Jan 26th Bible Study Outline
Luke 4:14-30 Luke is considered the first part of a 2 part works; the second part is Acts. This work is frequently referred to as Luke-Acts.
Last Sunday Jim spoke on Luke 4:14-21 and this coming week he will preach on 4:21-30. Since the two sections make up one story we will consider them both together.
Read the passages.
14 Jesus returned to Galilee in the power of the Holy Spirit. News about him spread through the whole countryside. 15 He was teaching in their synagogues, and everyone praised him.
16 Jesus went to Nazareth, where he had been brought up. On the Sabbath day he went into the synagogue as he usually did. He stood up to read. 17 And the scroll of Isaiah the prophet was handed to him. Jesus unrolled it and found the right place. There it is written,
18 “The Spirit of the Lord is on me.
He has anointed me to announce the good news to poor people. He has sent me to announce freedom for prisoners. He has sent me so that the blind will see again. He wants me to set free those who are treated badly.
19 And he has sent me to announce the year when he will set his people free.”
20 Then Jesus rolled up the scroll. He gave it back to the attendant and sat down. The eyes of everyone in the synagogue were staring at him. 21 He began by saying to them, “Today this passage of Scripture is coming true as you listen.”
22 Everyone said good things about him. They were amazed at the gracious words they heard from his lips. “Isn’t this Joseph’s son?” they asked.
23 Jesus said, “Here is a saying you will certainly apply to me. ‘Doctor, heal yourself!’ And you will tell me this. ‘Do the things here in your hometown that we heard you did in Capernaum.’ ”
24 “What I’m about to tell you is true,” he continued. “A prophet is not accepted in his hometown. 25 I tell you for sure that there were many widows in Israel in the days of Elijah. And there had been no rain for three and a half years. There wasn’t enough food to eat anywhere in the land. 26 But Elijah was not sent to any of those widows. Instead, he was sent to a widow in Zarephath near Sidon. 27 And there were many in Israel who had skin diseases in the days of Elisha the prophet. But not one of them was healed except Naaman the Syrian.” 28 All the people in the synagogue were very angry when they heard that. 29 They got up and ran Jesus out of town. They took him to the edge of the hill on which the town was built. They planned to throw him off the cliff. 30 But Jesus walked right through the crowd and went on his way.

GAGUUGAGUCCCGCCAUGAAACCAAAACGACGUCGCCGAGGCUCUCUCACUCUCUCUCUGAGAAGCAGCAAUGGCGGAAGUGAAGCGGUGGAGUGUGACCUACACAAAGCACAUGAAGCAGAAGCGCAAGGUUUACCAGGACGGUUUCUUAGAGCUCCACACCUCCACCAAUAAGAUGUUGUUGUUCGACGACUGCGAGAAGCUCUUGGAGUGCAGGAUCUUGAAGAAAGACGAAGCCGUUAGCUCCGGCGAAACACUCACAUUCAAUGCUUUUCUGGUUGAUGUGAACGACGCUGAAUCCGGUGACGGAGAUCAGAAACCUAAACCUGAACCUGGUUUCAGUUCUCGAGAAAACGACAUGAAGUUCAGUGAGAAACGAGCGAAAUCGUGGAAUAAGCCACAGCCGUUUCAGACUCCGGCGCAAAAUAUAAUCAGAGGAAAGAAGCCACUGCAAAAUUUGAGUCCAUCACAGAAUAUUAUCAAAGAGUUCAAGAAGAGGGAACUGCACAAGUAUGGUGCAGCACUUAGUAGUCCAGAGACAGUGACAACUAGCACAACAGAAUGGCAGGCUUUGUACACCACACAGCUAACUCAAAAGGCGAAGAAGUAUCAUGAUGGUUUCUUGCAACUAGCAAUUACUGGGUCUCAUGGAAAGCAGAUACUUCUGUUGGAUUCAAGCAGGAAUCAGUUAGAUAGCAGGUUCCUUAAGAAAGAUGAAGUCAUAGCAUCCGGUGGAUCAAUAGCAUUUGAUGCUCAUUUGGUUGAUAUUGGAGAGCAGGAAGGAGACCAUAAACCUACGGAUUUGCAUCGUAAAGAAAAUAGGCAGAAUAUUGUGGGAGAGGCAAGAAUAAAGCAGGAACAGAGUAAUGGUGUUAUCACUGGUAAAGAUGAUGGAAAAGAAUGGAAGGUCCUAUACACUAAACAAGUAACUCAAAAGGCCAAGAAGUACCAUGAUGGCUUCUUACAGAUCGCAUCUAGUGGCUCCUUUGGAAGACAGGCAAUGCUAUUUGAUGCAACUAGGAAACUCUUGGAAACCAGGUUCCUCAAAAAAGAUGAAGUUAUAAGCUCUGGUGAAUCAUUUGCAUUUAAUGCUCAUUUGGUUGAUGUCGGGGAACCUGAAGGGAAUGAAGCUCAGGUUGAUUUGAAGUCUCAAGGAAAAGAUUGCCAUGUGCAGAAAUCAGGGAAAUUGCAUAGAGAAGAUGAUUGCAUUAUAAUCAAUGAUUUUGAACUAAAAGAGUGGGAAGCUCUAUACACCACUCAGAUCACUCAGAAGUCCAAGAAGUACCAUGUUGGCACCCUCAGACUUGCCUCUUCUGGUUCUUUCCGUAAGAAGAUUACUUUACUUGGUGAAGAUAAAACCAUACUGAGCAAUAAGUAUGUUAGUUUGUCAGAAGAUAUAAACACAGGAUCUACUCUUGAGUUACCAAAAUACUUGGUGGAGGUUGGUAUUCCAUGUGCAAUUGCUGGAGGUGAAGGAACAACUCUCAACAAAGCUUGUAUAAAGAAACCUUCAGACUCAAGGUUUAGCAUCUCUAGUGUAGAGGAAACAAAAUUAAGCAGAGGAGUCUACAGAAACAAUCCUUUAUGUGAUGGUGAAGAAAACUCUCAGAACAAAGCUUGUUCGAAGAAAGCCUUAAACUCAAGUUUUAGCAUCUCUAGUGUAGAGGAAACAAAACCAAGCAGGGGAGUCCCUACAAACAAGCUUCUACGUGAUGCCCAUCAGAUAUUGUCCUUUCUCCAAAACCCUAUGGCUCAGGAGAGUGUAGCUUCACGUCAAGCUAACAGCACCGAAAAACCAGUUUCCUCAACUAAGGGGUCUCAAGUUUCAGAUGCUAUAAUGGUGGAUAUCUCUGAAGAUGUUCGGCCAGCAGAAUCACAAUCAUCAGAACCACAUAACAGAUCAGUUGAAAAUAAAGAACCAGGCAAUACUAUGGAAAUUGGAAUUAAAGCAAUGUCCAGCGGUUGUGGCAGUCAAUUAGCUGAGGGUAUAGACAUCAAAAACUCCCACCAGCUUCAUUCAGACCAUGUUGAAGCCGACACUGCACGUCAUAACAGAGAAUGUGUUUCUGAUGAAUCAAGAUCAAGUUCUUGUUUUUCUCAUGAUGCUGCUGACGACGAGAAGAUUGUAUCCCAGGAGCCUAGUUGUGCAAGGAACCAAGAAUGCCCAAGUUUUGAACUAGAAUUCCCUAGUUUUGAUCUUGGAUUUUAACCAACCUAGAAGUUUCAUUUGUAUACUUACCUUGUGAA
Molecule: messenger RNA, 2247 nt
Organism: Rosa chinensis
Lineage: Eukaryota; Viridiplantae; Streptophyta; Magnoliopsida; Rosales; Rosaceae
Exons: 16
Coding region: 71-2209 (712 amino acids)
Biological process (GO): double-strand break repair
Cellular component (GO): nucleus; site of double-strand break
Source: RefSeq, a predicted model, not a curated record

What do you think these words mean for us today? Here are the questions we will likely consider to get you started.
1: Luke has already set the stage for Jesus’ sermon in Nazareth. The baptism, genealogy, and temptation all highlight Jesus’ identity. What do the people of Nazareth not “get”? 2: What he preaches today will be the theme of his whole ministry. What is that? 3: When did the people change from being amazed to wanting to kill Jesus? Why? (Consider especially verses 21-27) 4: What message do you hear when you read this passage? 5: Can you think of an example where we may react to Jesus in the same way as the pope of Nazareth?
Here are some of Jim’s “teaser questions” regarding these passages.
Jesus chose to read from the prophet Isaiah when called upon to give the message at his hometown synagogue. He could have chosen from many other readings. Why do think this one was the one he chose?
If you were called upon to preach at our church, what reading would you choose? And why?
After reading from the scroll of Isaiah, in his message Jesus says that what Isaiah promised has now been fulfilled. What does “fulfilled” mean? Started, completed, or something else?
How can he say that the prophecy is fulfilled, when there are still people imprisoned, blind and oppressed?
Do you find this reading to be uplifting because of what it promises, or discouraged because even after 2000 years we still have the same problems in our world?
The last part of the reading from Isaiah proclaims “the year of the Lord’s favor”. Do you know what that means? It refers to “the Jubilee”, the Old Testament teaching that instructed every 50 years a cancellation of debts. The Jubilee was meant to restore people to land that had been seized to settle debts. In those times without your ancestral land you became a nobody. When you hear Jesus reading such a thing, claiming it is fulfilled, you get the impression that Jesus is on the side of the “nobodies” of his day. Were we to act upon this teaching how would the rest of our society react to us? How did they react to Jesus after he said it?
I look forward to seeing you all on the 26th and hearing your insights into these passages. I often see the Bible as a sort of mirror. When you honestly look into these words do you see anything of yourself or even folks around you?
I occasionally stumble on the truth but usually pick myself up quickly and move on. J
Jim M. Bible Study facilitator